My Story in Song: Part 8
“Come on, cut it out!”
New Kid, unsurprisingly, completely ignores my request. He just keeps clicking away with that big, bulky camera of his.
We’re walking the streets of downtown Toronto, playing tourist. But New Kid doesn’t seem to be paying much attention to the sights he claims to want to see.
Click! Click! Click!
A nervous laugh escapes my lips. I’m embarrassed, unaccustomed to receiving so much attention and thoroughly unnerved by it.
“Why are you taking so many pictures of me?”
I’m nothing if not direct.
But New Kid doesn’t answer, preoccupied now with reviewing the photos he’s just captured.
“That’s a cute one,” he smiles, warmth and affection softening his features as he looks down at my image on the screen.
Nope, it’s definitely not the sights that he’s interested in today.
“Come on,” I gesture with my hand, resuming our walk as if nothing had happened. “There’s more to see this way.”
I’m stalling, avoiding facing this sudden change in New Kid. I don’t want to think too hard about what it – or my reaction to it – might mean.
Yes, he’s always been genuine and sweet – that’s just the kind of man he is – but things have seemed different ever since he’d apologized for his overreaction. Most days, it was subtle. Today, not so much.
Granted, the man had gotten so little sleep last night that he looked about ready to collapse. But despite my suggestion that we postpone our outing, he had insisted on spending the day together.
The only problem was, in his exhausted state, New Kid was letting his guard down, giving me a sneak peek into what was going on behind the scenes.
And what I had glimpsed so far was throwing my world off its axis.
“My mom loves this song.”
I reach for some neutral territory and grab hold of the faint strains of Attention playing overhead. Without missing a beat, New Kid launches into his own version of the tune, changing the lyrics to create an original musical tribute to my mom. Now it’s my turn to grab my camera.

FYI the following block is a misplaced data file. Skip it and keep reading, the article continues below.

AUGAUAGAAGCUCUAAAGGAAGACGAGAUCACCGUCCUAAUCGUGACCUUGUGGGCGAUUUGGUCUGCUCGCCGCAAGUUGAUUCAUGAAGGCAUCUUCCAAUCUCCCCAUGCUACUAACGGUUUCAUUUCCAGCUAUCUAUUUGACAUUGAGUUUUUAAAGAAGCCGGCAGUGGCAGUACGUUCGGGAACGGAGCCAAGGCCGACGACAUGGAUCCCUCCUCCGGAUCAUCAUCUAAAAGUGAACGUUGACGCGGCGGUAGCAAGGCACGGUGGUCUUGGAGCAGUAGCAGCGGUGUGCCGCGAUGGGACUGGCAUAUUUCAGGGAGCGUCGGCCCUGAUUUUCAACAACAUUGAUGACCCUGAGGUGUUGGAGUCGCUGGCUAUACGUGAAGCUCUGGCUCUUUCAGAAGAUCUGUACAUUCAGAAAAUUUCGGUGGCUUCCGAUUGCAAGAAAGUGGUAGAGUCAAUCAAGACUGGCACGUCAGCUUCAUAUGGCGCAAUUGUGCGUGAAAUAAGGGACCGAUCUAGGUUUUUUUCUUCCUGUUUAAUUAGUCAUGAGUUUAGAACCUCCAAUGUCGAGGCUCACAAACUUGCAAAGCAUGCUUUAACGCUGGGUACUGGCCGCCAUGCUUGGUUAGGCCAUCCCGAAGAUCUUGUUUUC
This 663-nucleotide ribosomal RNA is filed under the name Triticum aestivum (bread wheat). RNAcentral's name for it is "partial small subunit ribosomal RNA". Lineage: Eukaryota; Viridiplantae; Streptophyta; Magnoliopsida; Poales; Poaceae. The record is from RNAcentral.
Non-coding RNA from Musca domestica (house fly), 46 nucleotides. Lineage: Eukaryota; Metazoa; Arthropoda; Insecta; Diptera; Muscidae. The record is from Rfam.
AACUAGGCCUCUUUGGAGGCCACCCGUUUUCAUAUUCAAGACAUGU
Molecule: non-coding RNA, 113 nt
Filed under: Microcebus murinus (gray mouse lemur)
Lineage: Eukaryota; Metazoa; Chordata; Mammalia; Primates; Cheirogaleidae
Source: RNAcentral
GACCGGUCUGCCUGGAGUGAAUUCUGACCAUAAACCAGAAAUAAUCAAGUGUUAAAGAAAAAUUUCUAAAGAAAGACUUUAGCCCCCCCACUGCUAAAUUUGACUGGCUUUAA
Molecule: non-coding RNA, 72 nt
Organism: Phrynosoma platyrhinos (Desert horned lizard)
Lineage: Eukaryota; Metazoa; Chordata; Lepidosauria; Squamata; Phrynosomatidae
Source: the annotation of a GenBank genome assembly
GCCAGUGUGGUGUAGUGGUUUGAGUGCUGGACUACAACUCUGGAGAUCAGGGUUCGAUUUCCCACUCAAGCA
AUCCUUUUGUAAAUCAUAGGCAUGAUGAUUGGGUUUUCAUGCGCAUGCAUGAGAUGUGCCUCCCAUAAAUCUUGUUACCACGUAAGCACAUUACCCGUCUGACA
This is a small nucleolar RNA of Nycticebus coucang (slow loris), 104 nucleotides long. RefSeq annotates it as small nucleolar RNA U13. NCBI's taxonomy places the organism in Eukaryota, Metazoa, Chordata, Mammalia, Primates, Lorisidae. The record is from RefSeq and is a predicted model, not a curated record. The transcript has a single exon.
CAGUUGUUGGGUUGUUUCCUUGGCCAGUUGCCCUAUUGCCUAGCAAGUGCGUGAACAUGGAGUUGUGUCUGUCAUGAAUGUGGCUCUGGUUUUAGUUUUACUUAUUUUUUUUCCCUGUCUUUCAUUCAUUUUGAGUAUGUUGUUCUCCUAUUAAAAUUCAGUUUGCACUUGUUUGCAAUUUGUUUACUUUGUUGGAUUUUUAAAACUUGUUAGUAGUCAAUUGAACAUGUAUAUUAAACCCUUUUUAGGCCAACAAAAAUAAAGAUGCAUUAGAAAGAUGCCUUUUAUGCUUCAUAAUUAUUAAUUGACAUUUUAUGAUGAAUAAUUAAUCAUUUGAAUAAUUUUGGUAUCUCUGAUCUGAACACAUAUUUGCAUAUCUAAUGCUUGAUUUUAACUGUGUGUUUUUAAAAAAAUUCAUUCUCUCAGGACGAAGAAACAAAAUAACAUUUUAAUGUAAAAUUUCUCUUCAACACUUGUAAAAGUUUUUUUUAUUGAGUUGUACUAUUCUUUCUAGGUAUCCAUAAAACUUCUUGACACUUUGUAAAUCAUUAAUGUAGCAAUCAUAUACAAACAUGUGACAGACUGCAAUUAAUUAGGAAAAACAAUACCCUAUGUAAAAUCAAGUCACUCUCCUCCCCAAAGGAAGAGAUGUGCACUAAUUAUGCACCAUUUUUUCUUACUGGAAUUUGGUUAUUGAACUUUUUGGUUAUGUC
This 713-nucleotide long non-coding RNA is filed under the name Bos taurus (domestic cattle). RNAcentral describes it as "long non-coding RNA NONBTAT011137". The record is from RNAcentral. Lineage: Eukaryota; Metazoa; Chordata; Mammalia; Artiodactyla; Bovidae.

“She’s going to love that,” I smile once he’s finished with his serenade.
Particularly his expression. I sense he was going for soulful, but the look on his face read more like constipation. I stifle a grin. What he doesn’t know won’t hurt him.
“You seem very relaxed today,” I comment.
In stark contrast to myself, I mentally add.
“Oh yeah,” he shrugs, oblivious to my internal turmoil. “You know how it is, the more you spend time with someone, the more comfortable you get.”
“I’m the opposite, actually,” I muse. “I’m great at hi-byes, but I get more reserved one-on-one.”
Particularly when that one keeps looking at me with male admiration.
But I digress.
“Why’s that?” he asks, genuinely confused.
“I don’t know,” I hedge. Then, after a moment, “I guess I just feel like the more time I spend with someone, the more likely it is that they’ll find something in me they don’t like.”
And who wants that?
I narrowly resist the urge to jump, startled by his powerful response.
I shoot a glance over at New Kid and find him focused, as though battling through the mental fog of fatigue to come up with just the right words to say. Finally, he takes a breath, then,
“You… are a wonderful person.”
I try to tell myself he’s just being friendly, but the dip in his voice and the dark glint in his eyes as they meet mine would suggest otherwise. And quite strongly, at that.
Oh, boy, am I ever in trouble…
I respond the only way my instincts of self-preservation will let me – with a polite thank you and a carrying on as though he hadn’t just bored through my soul with that intense smolder.
Darn him for being so unnerving. Darn him for being so maddeningly adorable. Then darn him again for being so blissfully naïve.
There was no doubt in my mind – New Kid was completely unaware of what he was doing.
Or of what it was doing to me.
It wasn’t that I didn’t reciprocate. It wasn’t even that I did reciprocate. It was that I refused to think about it. I had shoved any romantic inclinations I might have had into a mental box labelled, “Do not open” a long time ago.
This friendship was contingent on, well, friendship.
So what if we understood each other in a way that no one else did? So what if New Kid was fast becoming the best part of my day? And so what if his gaze had the power to steal the air from my lungs and the strength from my knees? It didn’t matter. It couldn’t matter. New Kid and I were just friends, and that was all we would ever be. It was as simple as that – case closed.
Now if only I could convince my racing heart...
Listen to Attention here